Here are all of Edgar Allan Poe’s great short stories in one 16-hour collection. Also includes "The Raven". Stories included are:
(P)2011 Trout Lake Media
You can't go wrong with this collection. There is a story for every mood or occasion. The stories are often funny, wonderfully horrific, and sometimes beautiful. I was very impressed with Mr Thomley as a narrator, with his a soothing and sophisticated voice, he could not be more perfect for Poe. Worth so much more than what I paid.
The reading is excellent, as is the quality of the stories. It's Poe, you know. The only quibble I have is that the title says "The Complete Short Stories" and this collection is far from complete. But it's a good collection and thoroughly enjoyable.
Painter, musician, bibliophile...
Poe is a favorite of mine, so I've heard a lot of great actors narrate his stories over the years: Christopher Lee, Basil Rathbone, Vincent Price, to name a few.
I wasn't expecting a narration of that level, though. I was just looking for a complete collection of the short stories. Sadly, the narration makes it almost impossible to enjoy listening to it.
Thomley's narration is flat and without any affect, more suited to the reading of a dry history than masterful tales of suspense, mystery, and humor.
Also, his mispronunciations are like fingernails on a chalkboard. Poe is strewn with Latin, French, and German. It is not unreasonable to expect a narrator of Poe to be able to pronounce the words with basic proficiency.
But for three dollars, you do get all the stories, including some of those rare treats that hardly appear in other collections, such as his humorous tales. I particularly love "The Angel of the Odd." Poe's twisted sense of fun is all too often eclipsed by his more macabre works.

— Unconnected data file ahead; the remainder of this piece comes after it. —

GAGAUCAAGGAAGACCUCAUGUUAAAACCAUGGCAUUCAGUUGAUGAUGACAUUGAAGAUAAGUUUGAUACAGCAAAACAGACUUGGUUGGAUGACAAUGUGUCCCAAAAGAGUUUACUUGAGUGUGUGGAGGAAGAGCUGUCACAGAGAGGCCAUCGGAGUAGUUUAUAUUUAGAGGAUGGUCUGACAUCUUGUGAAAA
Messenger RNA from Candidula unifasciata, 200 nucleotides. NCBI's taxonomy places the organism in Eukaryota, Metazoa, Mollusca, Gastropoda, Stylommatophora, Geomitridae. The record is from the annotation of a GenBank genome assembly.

You be the judge. It is a bargain of sorts, but don't expect too much.
First, the reader, Bob Thomley is excellent. Second, Poe is strange. If one is not familiar with Poe other than some of his popular works like The Pit and the Pendulum, then you will find these stories weird, crazy and some are hilarious like Toby Dammit. Bob Thomley makes it all work.
This was a bargain I picked up while waiting for my next month of credits to kick in, and it should be seen as such: filler. The fact that this collection of Poe's short stories is not complete, despite the title's indication to the contrary (I knew this going in, having glanced through reviews before making the purchase), is not the issue. The sampling of stories is fine. The problem, however, is the reader. Bob Thomley is, and I mean this without a hint of sensation, horrible. He is choppy, confused, almost fumbling at times, making prose that is generally fluid and fast sometimes almost incomprehensible, as if he is just trying to survive. He has a tendency to read sentences in short, broken, syllabic bursts, as if he's limited by a governor to 6-8 words at a time before a pause is necessary. At times he overacts, working the language into an exaggerated fury made all the more absurd by his pitter-patter style. It's as if he's only sometimes aware of what he's reading, a problem which creates something of an intermediary distance between listener and work--you are never able to lose yourself in the story because Bob Thomley is there like an annoying tourguide, saying too much and doing too little. Still, as this collection seems to be the most extensive of Poe's works currently on offer through Audible and will only set you back a few dollars, it is slightly better than nothing and Thomley, bad as he is, cannot completely destroy a writer as good as Poe.